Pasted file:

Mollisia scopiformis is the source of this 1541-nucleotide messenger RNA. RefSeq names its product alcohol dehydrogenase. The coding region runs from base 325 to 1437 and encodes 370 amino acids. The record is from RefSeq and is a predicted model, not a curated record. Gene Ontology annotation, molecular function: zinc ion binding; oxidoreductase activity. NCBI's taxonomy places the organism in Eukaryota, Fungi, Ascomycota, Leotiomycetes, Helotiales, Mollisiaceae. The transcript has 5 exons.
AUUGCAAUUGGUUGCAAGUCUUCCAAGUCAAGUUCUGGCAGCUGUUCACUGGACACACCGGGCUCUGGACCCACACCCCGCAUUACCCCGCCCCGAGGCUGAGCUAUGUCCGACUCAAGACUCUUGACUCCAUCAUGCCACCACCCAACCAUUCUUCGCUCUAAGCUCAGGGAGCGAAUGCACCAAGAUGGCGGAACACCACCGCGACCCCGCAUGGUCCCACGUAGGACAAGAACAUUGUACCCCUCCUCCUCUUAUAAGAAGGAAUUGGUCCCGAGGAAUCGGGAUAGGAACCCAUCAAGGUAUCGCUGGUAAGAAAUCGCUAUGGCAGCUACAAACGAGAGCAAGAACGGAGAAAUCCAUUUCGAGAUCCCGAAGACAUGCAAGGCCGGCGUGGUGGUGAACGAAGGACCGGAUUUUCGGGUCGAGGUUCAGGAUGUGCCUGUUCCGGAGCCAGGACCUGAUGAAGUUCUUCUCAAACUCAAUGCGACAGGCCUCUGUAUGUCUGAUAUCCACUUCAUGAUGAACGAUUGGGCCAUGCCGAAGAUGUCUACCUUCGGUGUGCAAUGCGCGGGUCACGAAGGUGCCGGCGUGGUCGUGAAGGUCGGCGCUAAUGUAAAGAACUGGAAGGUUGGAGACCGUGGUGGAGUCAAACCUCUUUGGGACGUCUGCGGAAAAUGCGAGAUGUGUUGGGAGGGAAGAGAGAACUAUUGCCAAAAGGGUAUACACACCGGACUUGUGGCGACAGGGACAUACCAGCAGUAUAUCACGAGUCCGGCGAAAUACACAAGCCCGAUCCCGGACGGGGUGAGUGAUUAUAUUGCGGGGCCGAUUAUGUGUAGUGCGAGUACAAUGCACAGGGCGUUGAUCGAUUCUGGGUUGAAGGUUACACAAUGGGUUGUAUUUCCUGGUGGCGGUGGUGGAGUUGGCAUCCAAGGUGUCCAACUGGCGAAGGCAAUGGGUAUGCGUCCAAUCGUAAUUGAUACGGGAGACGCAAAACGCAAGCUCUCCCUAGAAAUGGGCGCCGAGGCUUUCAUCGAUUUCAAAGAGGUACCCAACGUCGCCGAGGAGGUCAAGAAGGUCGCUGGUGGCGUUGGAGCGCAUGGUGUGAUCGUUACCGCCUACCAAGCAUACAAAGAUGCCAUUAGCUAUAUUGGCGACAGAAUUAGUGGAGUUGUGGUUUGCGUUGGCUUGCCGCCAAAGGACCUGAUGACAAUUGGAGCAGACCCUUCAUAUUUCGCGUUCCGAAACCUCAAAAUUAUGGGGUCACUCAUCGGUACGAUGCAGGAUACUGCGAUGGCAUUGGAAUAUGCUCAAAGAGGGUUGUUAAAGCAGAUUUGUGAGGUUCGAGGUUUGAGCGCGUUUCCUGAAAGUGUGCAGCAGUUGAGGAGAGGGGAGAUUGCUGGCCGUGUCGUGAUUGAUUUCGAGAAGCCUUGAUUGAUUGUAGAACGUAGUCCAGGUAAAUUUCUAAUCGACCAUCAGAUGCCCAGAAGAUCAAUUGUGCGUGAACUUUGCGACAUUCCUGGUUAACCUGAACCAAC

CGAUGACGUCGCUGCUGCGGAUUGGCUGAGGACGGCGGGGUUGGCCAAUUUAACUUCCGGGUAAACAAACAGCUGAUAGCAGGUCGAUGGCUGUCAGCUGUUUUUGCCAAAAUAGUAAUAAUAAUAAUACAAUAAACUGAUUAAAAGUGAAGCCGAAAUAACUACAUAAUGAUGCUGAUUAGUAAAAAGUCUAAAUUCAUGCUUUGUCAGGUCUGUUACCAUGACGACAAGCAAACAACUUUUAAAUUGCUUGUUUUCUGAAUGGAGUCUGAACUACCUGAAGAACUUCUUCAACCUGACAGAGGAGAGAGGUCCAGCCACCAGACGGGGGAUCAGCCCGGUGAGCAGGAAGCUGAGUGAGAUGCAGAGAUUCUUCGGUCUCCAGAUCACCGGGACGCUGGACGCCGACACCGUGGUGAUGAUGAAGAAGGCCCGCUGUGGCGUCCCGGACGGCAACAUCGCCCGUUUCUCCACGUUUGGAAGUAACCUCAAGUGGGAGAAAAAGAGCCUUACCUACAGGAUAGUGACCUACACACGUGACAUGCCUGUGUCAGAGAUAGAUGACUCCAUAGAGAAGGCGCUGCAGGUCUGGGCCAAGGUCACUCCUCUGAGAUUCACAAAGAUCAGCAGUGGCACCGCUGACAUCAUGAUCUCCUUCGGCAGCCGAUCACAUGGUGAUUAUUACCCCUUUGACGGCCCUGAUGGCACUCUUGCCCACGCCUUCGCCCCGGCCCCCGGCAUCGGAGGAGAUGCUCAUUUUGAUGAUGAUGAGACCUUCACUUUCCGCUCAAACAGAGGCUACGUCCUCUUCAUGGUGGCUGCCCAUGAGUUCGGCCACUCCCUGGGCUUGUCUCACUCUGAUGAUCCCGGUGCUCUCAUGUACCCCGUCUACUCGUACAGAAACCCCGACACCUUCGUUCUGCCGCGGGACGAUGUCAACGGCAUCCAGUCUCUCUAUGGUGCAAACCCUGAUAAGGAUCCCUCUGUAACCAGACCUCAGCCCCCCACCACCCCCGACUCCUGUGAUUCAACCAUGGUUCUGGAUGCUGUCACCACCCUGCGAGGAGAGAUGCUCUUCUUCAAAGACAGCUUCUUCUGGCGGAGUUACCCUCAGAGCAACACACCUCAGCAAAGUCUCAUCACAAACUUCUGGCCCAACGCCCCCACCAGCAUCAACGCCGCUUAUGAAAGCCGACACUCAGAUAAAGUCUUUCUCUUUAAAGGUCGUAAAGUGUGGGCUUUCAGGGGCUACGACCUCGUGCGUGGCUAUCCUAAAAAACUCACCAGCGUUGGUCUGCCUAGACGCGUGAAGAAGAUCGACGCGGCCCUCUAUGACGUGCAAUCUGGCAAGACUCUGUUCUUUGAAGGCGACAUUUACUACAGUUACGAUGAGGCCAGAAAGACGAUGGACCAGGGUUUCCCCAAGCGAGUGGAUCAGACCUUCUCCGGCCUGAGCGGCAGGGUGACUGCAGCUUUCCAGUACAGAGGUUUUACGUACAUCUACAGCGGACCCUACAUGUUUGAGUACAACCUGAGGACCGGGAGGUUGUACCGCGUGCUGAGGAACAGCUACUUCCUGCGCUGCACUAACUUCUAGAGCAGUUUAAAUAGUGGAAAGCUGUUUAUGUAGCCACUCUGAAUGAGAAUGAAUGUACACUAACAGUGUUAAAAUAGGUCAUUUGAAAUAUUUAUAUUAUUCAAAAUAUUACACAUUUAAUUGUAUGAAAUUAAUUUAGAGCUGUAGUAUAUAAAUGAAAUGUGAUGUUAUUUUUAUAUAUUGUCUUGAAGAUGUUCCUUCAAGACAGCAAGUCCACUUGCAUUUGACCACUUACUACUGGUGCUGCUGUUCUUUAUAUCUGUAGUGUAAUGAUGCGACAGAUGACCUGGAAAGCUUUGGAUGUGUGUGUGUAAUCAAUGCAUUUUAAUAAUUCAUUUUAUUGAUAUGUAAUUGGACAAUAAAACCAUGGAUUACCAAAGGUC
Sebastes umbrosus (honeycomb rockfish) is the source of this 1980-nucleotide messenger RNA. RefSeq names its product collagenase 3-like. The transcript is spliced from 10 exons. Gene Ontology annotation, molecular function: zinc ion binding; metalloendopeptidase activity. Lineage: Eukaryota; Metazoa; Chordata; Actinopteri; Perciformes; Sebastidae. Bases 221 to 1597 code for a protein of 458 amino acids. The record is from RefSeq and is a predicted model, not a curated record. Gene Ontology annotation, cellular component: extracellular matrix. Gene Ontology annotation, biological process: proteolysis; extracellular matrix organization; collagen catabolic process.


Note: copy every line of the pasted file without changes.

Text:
Mollisia scopiformis is the source of this 1541-nucleotide messenger RNA. RefSeq names its product alcohol dehydrogenase. The coding region runs from base 325 to 1437 and encodes 370 amino acids. The record is from RefSeq and is a predicted model, not a curated record. Gene Ontology annotation, molecular function: zinc ion binding; oxidoreductase activity. NCBI's taxonomy places the organism in Eukaryota, Fungi, Ascomycota, Leotiomycetes, Helotiales, Mollisiaceae. The transcript has 5 exons.
AUUGCAAUUGGUUGCAAGUCUUCCAAGUCAAGUUCUGGCAGCUGUUCACUGGACACACCGGGCUCUGGACCCACACCCCGCAUUACCCCGCCCCGAGGCUGAGCUAUGUCCGACUCAAGACUCUUGACUCCAUCAUGCCACCACCCAACCAUUCUUCGCUCUAAGCUCAGGGAGCGAAUGCACCAAGAUGGCGGAACACCACCGCGACCCCGCAUGGUCCCACGUAGGACAAGAACAUUGUACCCCUCCUCCUCUUAUAAGAAGGAAUUGGUCCCGAGGAAUCGGGAUAGGAACCCAUCAAGGUAUCGCUGGUAAGAAAUCGCUAUGGCAGCUACAAACGAGAGCAAGAACGGAGAAAUCCAUUUCGAGAUCCCGAAGACAUGCAAGGCCGGCGUGGUGGUGAACGAAGGACCGGAUUUUCGGGUCGAGGUUCAGGAUGUGCCUGUUCCGGAGCCAGGACCUGAUGAAGUUCUUCUCAAACUCAAUGCGACAGGCCUCUGUAUGUCUGAUAUCCACUUCAUGAUGAACGAUUGGGCCAUGCCGAAGAUGUCUACCUUCGGUGUGCAAUGCGCGGGUCACGAAGGUGCCGGCGUGGUCGUGAAGGUCGGCGCUAAUGUAAAGAACUGGAAGGUUGGAGACCGUGGUGGAGUCAAACCUCUUUGGGACGUCUGCGGAAAAUGCGAGAUGUGUUGGGAGGGAAGAGAGAACUAUUGCCAAAAGGGUAUACACACCGGACUUGUGGCGACAGGGACAUACCAGCAGUAUAUCACGAGUCCGGCGAAAUACACAAGCCCGAUCCCGGACGGGGUGAGUGAUUAUAUUGCGGGGCCGAUUAUGUGUAGUGCGAGUACAAUGCACAGGGCGUUGAUCGAUUCUGGGUUGAAGGUUACACAAUGGGUUGUAUUUCCUGGUGGCGGUGGUGGAGUUGGCAUCCAAGGUGUCCAACUGGCGAAGGCAAUGGGUAUGCGUCCAAUCGUAAUUGAUACGGGAGACGCAAAACGCAAGCUCUCCCUAGAAAUGGGCGCCGAGGCUUUCAUCGAUUUCAAAGAGGUACCCAACGUCGCCGAGGAGGUCAAGAAGGUCGCUGGUGGCGUUGGAGCGCAUGGUGUGAUCGUUACCGCCUACCAAGCAUACAAAGAUGCCAUUAGCUAUAUUGGCGACAGAAUUAGUGGAGUUGUGGUUUGCGUUGGCUUGCCGCCAAAGGACCUGAUGACAAUUGGAGCAGACCCUUCAUAUUUCGCGUUCCGAAACCUCAAAAUUAUGGGGUCACUCAUCGGUACGAUGCAGGAUACUGCGAUGGCAUUGGAAUAUGCUCAAAGAGGGUUGUUAAAGCAGAUUUGUGAGGUUCGAGGUUUGAGCGCGUUUCCUGAAAGUGUGCAGCAGUUGAGGAGAGGGGAGAUUGCUGGCCGUGUCGUGAUUGAUUUCGAGAAGCCUUGAUUGAUUGUAGAACGUAGUCCAGGUAAAUUUCUAAUCGACCAUCAGAUGCCCAGAAGAUCAAUUGUGCGUGAACUUUGCGACAUUCCUGGUUAACCUGAACCAAC

CGAUGACGUCGCUGCUGCGGAUUGGCUGAGGACGGCGGGGUUGGCCAAUUUAACUUCCGGGUAAACAAACAGCUGAUAGCAGGUCGAUGGCUGUCAGCUGUUUUUGCCAAAAUAGUAAUAAUAAUAAUACAAUAAACUGAUUAAAAGUGAAGCCGAAAUAACUACAUAAUGAUGCUGAUUAGUAAAAAGUCUAAAUUCAUGCUUUGUCAGGUCUGUUACCAUGACGACAAGCAAACAACUUUUAAAUUGCUUGUUUUCUGAAUGGAGUCUGAACUACCUGAAGAACUUCUUCAACCUGACAGAGGAGAGAGGUCCAGCCACCAGACGGGGGAUCAGCCCGGUGAGCAGGAAGCUGAGUGAGAUGCAGAGAUUCUUCGGUCUCCAGAUCACCGGGACGCUGGACGCCGACACCGUGGUGAUGAUGAAGAAGGCCCGCUGUGGCGUCCCGGACGGCAACAUCGCCCGUUUCUCCACGUUUGGAAGUAACCUCAAGUGGGAGAAAAAGAGCCUUACCUACAGGAUAGUGACCUACACACGUGACAUGCCUGUGUCAGAGAUAGAUGACUCCAUAGAGAAGGCGCUGCAGGUCUGGGCCAAGGUCACUCCUCUGAGAUUCACAAAGAUCAGCAGUGGCACCGCUGACAUCAUGAUCUCCUUCGGCAGCCGAUCACAUGGUGAUUAUUACCCCUUUGACGGCCCUGAUGGCACUCUUGCCCACGCCUUCGCCCCGGCCCCCGGCAUCGGAGGAGAUGCUCAUUUUGAUGAUGAUGAGACCUUCACUUUCCGCUCAAACAGAGGCUACGUCCUCUUCAUGGUGGCUGCCCAUGAGUUCGGCCACUCCCUGGGCUUGUCUCACUCUGAUGAUCCCGGUGCUCUCAUGUACCCCGUCUACUCGUACAGAAACCCCGACACCUUCGUUCUGCCGCGGGACGAUGUCAACGGCAUCCAGUCUCUCUAUGGUGCAAACCCUGAUAAGGAUCCCUCUGUAACCAGACCUCAGCCCCCCACCACCCCCGACUCCUGUGAUUCAACCAUGGUUCUGGAUGCUGUCACCACCCUGCGAGGAGAGAUGCUCUUCUUCAAAGACAGCUUCUUCUGGCGGAGUUACCCUCAGAGCAACACACCUCAGCAAAGUCUCAUCACAAACUUCUGGCCCAACGCCCCCACCAGCAUCAACGCCGCUUAUGAAAGCCGACACUCAGAUAAAGUCUUUCUCUUUAAAGGUCGUAAAGUGUGGGCUUUCAGGGGCUACGACCUCGUGCGUGGCUAUCCUAAAAAACUCACCAGCGUUGGUCUGCCUAGACGCGUGAAGAAGAUCGACGCGGCCCUCUAUGACGUGCAAUCUGGCAAGACUCUGUUCUUUGAAGGCGACAUUUACUACAGUUACGAUGAGGCCAGAAAGACGAUGGACCAGGGUUUCCCCAAGCGAGUGGAUCAGACCUUCUCCGGCCUGAGCGGCAGGGUGACUGCAGCUUUCCAGUACAGAGGUUUUACGUACAUCUACAGCGGACCCUACAUGUUUGAGUACAACCUGAGGACCGGGAGGUUGUACCGCGUGCUGAGGAACAGCUACUUCCUGCGCUGCACUAACUUCUAGAGCAGUUUAAAUAGUGGAAAGCUGUUUAUGUAGCCACUCUGAAUGAGAAUGAAUGUACACUAACAGUGUUAAAAUAGGUCAUUUGAAAUAUUUAUAUUAUUCAAAAUAUUACACAUUUAAUUGUAUGAAAUUAAUUUAGAGCUGUAGUAUAUAAAUGAAAUGUGAUGUUAUUUUUAUAUAUUGUCUUGAAGAUGUUCCUUCAAGACAGCAAGUCCACUUGCAUUUGACCACUUACUACUGGUGCUGCUGUUCUUUAUAUCUGUAGUGUAAUGAUGCGACAGAUGACCUGGAAAGCUUUGGAUGUGUGUGUGUAAUCAAUGCAUUUUAAUAAUUCAUUUUAUUGAUAUGUAAUUGGACAAUAAAACCAUGGAUUACCAAAGGUC
Sebastes umbrosus (honeycomb rockfish) is the source of this 1980-nucleotide messenger RNA. RefSeq names its product collagenase 3-like. The transcript is spliced from 10 exons. Gene Ontology annotation, molecular function: zinc ion binding; metalloendopeptidase activity. Lineage: Eukaryota; Metazoa; Chordata; Actinopteri; Perciformes; Sebastidae. Bases 221 to 1597 code for a protein of 458 amino acids. The record is from RefSeq and is a predicted model, not a curated record. Gene Ontology annotation, cellular component: extracellular matrix. Gene Ontology annotation, biological process: proteolysis; extracellular matrix organization; collagen catabolic process.